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Career management for CAD types

Career management for CAD types

Feb 25, 2019 | Hot Topics

I absolutely love what Matt Lombard just wrote in his latest blog, His main thesis is this:

… [T]here also comes a point where you need to diversify a little. That point has to come before you need it, because you can’t become proficient in a new CAD system with a new way of working overnight …When change happens, there are two ways you can approach that change: Let someone else determine what you’re going to do next, or Make that decision yourself. As for me, I’d like to make that decision.

Me too!

Please click over to Dezignstuff and read Matt’s whole post — then come back, because I’d like to add to his main point: that you need to be in control of your career. Yes, you have a 40- or 50-hour a week job, a family and interests outside of work. You also have a responsibility to yourself to ensure that your skills will take wherever you want to go next.

Just admitting to yourself that there is a “next” is scary and acting on that … yikes. But you need to do it. Not because the robots are coming for your job (I don’t think they are) or because you might loose the contest for that new assignment, but because upskilling is 100% under your control and the rest isn’t. If you learn something new and useful, that’s a transferrable skill that will help you market yourself under lots of unforeseen conditions.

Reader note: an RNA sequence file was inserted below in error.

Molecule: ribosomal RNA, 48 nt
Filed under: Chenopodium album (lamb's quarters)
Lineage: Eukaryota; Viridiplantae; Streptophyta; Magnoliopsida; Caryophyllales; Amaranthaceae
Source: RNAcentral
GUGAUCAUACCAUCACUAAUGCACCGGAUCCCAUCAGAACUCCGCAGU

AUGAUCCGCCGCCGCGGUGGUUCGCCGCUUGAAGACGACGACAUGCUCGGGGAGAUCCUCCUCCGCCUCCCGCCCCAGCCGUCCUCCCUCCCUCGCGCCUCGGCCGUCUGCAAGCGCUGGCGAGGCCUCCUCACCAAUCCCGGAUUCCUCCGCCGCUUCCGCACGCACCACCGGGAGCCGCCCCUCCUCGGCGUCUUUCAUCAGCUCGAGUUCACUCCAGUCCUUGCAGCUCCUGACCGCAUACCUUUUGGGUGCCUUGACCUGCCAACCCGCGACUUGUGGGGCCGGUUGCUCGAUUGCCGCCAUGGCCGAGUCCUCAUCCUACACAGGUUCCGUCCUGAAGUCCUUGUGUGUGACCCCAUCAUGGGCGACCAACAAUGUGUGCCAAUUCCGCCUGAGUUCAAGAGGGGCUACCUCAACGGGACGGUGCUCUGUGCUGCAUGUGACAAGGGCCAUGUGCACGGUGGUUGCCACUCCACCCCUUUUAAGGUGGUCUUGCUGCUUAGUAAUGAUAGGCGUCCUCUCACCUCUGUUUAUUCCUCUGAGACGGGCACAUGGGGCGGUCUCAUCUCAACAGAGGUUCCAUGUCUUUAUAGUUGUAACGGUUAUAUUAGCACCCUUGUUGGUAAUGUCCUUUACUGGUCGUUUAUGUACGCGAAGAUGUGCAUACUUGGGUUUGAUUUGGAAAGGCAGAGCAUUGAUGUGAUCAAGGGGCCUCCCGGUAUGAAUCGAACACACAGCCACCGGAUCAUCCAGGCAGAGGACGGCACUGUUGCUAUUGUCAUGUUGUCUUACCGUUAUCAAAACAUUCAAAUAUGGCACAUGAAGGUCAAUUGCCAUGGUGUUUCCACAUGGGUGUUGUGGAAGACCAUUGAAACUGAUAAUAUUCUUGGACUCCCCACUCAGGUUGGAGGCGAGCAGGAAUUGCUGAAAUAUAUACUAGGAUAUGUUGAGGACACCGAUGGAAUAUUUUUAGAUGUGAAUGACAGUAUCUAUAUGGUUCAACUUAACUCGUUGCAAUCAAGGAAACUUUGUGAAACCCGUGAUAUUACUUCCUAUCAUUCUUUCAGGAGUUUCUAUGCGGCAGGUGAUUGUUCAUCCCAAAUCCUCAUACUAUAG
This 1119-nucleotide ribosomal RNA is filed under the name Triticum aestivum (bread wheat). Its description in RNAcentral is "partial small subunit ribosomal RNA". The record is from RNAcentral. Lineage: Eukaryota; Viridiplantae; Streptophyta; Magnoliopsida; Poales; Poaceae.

Matt’s other point is that being a noob (newbie — noo-b) at anything is hard, especially if you’re coming from being an expert in something else. So don’t do that under pressure. Tackle the new thing while still exploiting your expertise in the other CAD tool. Your brain is big enough to do both — and by learning something else, you show your current employer that you’re a go-getter to be reckoned with. You might even be able to advise on whether an overall switch is warranted — and then you’d be the ninja again.

How do you do grow to more than one toolkit? Matt’s right: there are free or evaluation versions of just about every CAD software out there. If you want more formal training, check out a vocational school, online training or contact a VAR for suggestions. Some of these may cost money but remember, you’re investing in yourself and your career. That’s money well spent.

Now go back and read Matt’s article again and think about your next career step.

[BTW, this concept applies to so much more than CAD, but you know that, right?]

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